From there she continues on with her history lesson into how wars, plagues, foods from the New World, etc, brought about many more changes in how not only foods were consumed but how they were eaten. An interesting reminder was that tomatoes were seen as a poisonous plant for many years in the European countries and potatoes took centuries to become a main crop.

Most of all I love that she explains what they ate and how they ate it. (no forks for a LONG while, everyone sat in a caste system at the table, even the peasants). Her description of the foods was almost like reading Laura Ingalls Wilder `Farmer Boy' I just needing to get something to eat because it sounded so good... Mind you, there were a few things I cringed at, but I'm sure they would cringe at some of the things eaten nowadays. (eating swan and peacock isn't at the top of my list).

From the Renaissance she continues on into the 1600's where food becomes a luxury and there isn't so much formality in eating.
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7 of 7 people found the following review helpful By Terri J. Rice TOP 500 REVIEWERVINE VOICE on November 25, 2008
Format: Hardcover Vine Customer Review of Free Product ( What's this? )
This is a VERY readable, informative, and interesting book about food and the rise of French cuisine.

I was amazed to find that there is nothing new under the sun; as far back as 460 B.C. Hippocrates was saying that, "Patients who had fallen ill could be cured by foods..."

"Ideas about the role of food and cooking in maintaining health and curing disease that originated in ancient Greece continued to shape culinary practices on the cusp of modernity."

In the fourth century, vegatables became linked with the monastic practice of abstinence from meat. As late as 1650, vegatables were still associated with penance and it wasn't until the 1700;s that vegetables began to claim serious attention. "The sweet potato acquired a reputation as an aphrodisiac and booster of male fertility," while in contrast the common potato was mostly ignored until the eighteenth century.

By the mid 1700's, the idea of "simplicity as the definitive principle of good cooking (as opposed to variety) was a concept born of the Enlightenment." and Rousseau had a lot he wanted to say about that!

These are but a minute portion of fascinating facts told in an engaging way about the revolution of taste through the ages.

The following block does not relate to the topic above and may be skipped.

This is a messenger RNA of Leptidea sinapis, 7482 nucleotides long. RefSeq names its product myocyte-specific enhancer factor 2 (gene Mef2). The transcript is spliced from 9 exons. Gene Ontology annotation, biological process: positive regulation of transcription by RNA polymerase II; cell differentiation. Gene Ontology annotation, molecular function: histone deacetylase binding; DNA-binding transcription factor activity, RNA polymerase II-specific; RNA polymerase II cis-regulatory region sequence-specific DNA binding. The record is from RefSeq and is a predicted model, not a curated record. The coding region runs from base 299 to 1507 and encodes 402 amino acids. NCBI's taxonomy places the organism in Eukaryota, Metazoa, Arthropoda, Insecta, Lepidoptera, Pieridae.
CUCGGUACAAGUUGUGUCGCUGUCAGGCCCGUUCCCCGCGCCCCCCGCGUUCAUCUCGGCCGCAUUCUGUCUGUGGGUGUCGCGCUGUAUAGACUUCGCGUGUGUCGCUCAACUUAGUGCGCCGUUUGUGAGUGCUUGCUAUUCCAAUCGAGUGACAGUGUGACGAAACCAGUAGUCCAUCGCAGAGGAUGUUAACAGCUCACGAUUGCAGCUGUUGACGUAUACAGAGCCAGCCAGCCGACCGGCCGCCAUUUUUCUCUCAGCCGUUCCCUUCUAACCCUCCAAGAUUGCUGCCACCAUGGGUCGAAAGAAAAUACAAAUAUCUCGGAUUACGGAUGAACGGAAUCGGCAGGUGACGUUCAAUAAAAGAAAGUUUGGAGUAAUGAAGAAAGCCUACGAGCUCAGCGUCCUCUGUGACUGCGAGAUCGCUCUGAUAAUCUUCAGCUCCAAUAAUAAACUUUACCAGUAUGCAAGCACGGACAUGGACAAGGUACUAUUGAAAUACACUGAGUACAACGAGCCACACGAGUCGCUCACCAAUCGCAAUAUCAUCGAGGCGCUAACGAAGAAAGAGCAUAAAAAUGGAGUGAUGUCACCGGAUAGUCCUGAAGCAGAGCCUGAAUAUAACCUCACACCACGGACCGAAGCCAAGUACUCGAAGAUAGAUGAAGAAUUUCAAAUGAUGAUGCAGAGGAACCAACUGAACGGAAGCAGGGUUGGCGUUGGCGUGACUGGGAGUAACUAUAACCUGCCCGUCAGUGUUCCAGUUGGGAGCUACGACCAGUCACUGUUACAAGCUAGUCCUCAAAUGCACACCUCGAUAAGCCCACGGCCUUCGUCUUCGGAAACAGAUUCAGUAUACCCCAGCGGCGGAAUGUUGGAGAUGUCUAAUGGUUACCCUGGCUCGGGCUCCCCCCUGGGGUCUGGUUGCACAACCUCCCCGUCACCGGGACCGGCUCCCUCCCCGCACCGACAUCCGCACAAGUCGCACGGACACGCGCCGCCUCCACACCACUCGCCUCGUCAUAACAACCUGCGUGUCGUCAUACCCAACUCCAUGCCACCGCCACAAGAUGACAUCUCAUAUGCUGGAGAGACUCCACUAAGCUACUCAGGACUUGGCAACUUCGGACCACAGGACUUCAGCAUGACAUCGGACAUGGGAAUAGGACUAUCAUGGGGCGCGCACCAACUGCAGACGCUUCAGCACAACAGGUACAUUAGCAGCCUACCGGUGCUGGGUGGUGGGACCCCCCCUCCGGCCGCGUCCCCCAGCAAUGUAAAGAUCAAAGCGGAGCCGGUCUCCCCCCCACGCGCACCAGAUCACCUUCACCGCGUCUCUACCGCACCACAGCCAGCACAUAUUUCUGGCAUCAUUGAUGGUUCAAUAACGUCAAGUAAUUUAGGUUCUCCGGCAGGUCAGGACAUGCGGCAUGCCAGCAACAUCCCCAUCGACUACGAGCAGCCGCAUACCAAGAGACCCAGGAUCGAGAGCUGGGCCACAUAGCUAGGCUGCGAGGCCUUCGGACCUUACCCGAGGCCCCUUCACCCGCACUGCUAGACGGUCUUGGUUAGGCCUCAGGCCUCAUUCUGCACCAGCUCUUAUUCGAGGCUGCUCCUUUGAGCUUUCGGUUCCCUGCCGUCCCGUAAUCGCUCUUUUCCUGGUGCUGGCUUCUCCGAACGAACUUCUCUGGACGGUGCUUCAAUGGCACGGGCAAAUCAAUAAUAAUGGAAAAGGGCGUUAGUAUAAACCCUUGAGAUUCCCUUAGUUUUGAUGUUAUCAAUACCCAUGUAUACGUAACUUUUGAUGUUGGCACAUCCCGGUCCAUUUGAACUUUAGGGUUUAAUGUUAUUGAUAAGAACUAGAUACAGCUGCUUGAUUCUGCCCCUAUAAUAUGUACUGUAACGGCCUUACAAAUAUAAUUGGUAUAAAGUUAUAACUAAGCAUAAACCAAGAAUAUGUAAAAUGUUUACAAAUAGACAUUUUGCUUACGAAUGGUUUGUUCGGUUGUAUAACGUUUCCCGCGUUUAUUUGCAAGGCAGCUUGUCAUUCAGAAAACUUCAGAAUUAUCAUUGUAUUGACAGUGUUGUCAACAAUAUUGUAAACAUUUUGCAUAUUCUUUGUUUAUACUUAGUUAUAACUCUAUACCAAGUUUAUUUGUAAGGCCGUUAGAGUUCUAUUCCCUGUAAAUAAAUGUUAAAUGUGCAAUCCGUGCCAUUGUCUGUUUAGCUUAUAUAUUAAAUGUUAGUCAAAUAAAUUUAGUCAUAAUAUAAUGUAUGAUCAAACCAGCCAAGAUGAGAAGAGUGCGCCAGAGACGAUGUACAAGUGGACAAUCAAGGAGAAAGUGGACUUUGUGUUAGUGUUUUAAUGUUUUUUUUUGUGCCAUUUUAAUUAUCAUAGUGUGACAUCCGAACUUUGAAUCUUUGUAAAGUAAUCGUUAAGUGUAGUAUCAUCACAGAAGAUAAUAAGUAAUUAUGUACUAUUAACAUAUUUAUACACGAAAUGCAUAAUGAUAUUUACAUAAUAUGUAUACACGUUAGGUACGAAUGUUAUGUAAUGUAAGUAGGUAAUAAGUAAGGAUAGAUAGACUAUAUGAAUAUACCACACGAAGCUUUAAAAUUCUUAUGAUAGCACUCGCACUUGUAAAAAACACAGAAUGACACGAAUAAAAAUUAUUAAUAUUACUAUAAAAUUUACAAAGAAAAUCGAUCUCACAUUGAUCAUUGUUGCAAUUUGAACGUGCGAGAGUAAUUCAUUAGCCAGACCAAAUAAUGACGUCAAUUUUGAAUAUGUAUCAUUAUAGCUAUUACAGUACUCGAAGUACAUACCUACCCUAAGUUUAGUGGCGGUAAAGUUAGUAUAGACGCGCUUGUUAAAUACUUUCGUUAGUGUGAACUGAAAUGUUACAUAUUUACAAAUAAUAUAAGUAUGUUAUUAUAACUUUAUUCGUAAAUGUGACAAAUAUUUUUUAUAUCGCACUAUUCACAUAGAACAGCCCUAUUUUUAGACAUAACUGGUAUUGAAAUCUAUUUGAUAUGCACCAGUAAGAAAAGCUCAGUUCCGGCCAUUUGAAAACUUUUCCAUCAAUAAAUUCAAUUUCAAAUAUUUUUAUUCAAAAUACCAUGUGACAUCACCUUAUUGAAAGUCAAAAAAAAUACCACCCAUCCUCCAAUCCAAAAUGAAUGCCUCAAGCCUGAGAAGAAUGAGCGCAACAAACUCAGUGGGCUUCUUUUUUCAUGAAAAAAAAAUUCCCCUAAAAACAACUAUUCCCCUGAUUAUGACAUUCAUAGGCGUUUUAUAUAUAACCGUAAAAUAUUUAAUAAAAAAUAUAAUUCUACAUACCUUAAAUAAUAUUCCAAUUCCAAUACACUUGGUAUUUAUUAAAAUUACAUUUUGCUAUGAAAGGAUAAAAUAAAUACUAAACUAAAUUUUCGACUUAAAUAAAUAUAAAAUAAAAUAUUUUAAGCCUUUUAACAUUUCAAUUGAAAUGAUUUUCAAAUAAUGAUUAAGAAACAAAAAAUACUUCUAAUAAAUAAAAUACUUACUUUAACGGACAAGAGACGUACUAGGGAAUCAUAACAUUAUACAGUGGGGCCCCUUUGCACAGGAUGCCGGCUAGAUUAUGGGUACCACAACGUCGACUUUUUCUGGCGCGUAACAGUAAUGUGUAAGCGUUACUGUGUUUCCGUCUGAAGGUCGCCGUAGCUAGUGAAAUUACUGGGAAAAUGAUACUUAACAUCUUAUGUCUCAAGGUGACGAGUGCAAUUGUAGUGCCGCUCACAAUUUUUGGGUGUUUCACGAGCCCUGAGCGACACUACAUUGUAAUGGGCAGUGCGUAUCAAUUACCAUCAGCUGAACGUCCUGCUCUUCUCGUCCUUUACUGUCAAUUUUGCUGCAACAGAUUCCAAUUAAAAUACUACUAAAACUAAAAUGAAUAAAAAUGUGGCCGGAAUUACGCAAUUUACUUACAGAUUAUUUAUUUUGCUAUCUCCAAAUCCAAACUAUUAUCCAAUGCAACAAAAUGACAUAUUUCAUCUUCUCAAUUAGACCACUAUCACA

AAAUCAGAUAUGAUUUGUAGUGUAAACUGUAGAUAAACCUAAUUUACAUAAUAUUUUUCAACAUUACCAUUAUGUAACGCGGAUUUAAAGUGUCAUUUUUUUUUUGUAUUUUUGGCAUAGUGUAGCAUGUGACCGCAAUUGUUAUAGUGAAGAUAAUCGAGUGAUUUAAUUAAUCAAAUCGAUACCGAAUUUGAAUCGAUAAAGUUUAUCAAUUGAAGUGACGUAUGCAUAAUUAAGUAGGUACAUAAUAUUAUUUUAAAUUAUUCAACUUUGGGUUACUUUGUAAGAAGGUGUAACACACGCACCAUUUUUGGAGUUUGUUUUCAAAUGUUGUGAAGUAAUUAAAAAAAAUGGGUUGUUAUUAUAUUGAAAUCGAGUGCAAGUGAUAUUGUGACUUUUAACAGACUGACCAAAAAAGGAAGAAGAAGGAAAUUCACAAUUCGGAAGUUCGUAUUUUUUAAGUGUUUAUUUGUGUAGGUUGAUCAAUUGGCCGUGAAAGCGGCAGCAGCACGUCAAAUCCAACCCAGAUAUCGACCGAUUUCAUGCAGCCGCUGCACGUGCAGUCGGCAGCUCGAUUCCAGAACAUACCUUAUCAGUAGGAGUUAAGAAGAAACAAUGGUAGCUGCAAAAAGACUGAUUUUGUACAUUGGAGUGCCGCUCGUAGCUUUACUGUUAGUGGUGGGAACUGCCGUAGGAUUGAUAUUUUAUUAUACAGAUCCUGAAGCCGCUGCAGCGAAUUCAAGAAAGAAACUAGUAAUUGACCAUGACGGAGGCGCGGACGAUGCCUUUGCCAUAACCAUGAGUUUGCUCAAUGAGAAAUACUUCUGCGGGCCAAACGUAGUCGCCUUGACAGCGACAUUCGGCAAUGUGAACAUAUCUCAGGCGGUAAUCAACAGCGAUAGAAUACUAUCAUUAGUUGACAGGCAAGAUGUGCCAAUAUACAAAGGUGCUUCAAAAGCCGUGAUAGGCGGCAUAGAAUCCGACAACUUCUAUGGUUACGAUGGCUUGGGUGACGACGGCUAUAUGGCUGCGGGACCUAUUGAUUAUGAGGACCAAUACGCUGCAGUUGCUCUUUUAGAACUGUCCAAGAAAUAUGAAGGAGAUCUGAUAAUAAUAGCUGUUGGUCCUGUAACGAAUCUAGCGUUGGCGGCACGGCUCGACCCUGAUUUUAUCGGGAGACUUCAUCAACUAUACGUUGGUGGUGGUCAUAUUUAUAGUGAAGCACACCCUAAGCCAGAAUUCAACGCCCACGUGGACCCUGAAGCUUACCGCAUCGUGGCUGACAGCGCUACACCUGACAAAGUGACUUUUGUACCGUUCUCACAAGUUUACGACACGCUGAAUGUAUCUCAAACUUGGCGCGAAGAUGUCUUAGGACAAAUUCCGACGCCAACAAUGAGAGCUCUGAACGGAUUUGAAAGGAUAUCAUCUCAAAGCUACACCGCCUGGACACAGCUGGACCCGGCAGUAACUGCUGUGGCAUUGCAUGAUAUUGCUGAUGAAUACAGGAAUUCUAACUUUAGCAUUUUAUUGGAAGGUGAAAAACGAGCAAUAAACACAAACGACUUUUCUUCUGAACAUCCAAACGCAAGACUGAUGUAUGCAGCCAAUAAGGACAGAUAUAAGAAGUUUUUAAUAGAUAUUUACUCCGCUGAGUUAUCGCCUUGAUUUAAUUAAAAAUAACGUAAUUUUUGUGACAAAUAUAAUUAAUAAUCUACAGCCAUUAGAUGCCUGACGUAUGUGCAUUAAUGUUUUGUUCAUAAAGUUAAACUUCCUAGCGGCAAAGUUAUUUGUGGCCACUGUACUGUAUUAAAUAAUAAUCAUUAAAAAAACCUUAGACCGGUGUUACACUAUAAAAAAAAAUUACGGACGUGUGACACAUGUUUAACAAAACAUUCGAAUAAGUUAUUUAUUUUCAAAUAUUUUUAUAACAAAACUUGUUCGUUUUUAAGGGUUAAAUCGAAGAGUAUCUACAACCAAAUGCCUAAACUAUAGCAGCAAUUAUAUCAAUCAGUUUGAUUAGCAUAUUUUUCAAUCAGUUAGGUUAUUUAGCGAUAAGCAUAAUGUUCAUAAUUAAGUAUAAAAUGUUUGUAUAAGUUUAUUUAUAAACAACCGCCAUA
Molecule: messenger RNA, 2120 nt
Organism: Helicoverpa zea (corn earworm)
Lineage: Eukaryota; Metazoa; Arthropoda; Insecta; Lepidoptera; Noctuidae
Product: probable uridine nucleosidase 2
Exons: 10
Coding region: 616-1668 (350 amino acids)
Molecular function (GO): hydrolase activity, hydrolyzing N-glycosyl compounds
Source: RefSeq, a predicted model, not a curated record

There are chapters about wine and the once despised champagne, the duality of artifice and simplicity in the kitchen, and last of all are some easy to follow recipes from the seventeenth and eighteenth centuries. The author has made it easy for today's cook to follow them.

A really enjoyable read for the lover of good food packed with interesting information.
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9 of 10 people found the following review helpful By Doug Urquhart VINE VOICE on November 29, 2008
Format: Hardcover Vine Customer Review of Free Product ( What's this? )
This book contains recipes, but it isn't a cookery book. Its subject is French cuisine, but it isn't aimed at foodies.

Instead, Ms Pinkard has produced a fascinating study, showing how French cookery made a quantum leap from earlier forms, where the emphasis was on multi-layered, highly-spiced sauces, to a cuisine where the inherent flavour of the food was of paramount importance. (We can see this difference today, if we contrast, say, Indian food with what we would consider typical 'Western' fare.) This new approach put more reliance on good raw materials, required significant investments of time, but produced much more varied and interesting results.

Not only did the cuisine undergo changes, but also the environment in which it was served. In Mediaeval times, and in some of the stuffier royal courts, diners sat only on one side of the table, in order of seniority - an arrangement which limited conversation, and allowed the presenter to reserve the best food for the most important guests. By the 1700s, tables were set in the modern fashion, where guests could converse with everyone else at the table, and had free access to the food, which was placed in the middle of the table.

The French revolution in cookery laid the foundation for virtually all aspects of modern European food, including restaurants, catering and cafes, which were a direct result of the new ways of preparing food. Not everyone had the time and resources to cook for themselves.

These days, we are bombarded with junk-science articles about the dangers (or benefits) of eating or drinking some combination of food.(Red wine - is there anything it can't do?) It is amusing to note that food pundits are not a new invention.